of the Gulag
The third rule for survival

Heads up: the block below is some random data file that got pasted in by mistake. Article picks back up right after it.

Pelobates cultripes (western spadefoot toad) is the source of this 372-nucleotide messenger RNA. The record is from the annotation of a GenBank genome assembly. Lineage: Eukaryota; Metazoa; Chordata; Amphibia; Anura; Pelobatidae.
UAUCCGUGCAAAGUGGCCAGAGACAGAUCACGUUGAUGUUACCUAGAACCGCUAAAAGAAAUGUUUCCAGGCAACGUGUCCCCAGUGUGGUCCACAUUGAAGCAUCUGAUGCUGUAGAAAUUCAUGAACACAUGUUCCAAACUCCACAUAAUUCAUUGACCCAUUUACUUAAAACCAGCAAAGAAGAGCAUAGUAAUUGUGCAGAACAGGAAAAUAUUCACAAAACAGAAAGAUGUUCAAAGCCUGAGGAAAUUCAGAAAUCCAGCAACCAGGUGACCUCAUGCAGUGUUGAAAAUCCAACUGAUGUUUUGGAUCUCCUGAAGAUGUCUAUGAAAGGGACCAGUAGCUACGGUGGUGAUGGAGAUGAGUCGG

The third rule is harder to explain because it concerns the political prisoners. Political prisoners suffer from a professional disease: they always think they’re innocent. I had fellow prisoners, killers from the Arrow Cross Party [Hungarian fascist movement] who worshipped Szálasi [their leader], who massacred Jews, but they did it out of fanaticism and they considered themselves innocent. So the expression, “Me, an innocent man, who those armed bastards want to destroy” made no sense out there. There were four watchtowers with machine guns pointing inwards, we were 2,500 kilometres from our homeland. We couldn’t escape anywhere. We had to forget the division between the innocent and the bastards. And move on; it wasn’t easy. But in ten years, we had the time. Whether we were small and weak or big and strong. When the military court in Budapest sentenced us, we were nobodies, we were the vanquished and they were the victors. I’m not saying that the criterion of truth is the machine gun, but they were the victors and they crushed us. And I said to my fellow, “You guys. All that is settled… If I’m on a path in the forest, I don’t look under my boots to see if I’ve crushed an ant. Why would I? It’s so small. But I don’t agree with being an ant opposite these armed soldiers, so in these circumstances and this situation I must show that I am better, have more value and am nobler than them. That is what mobilises the necessary energy to survive, these small pleasures. So it was terribly important.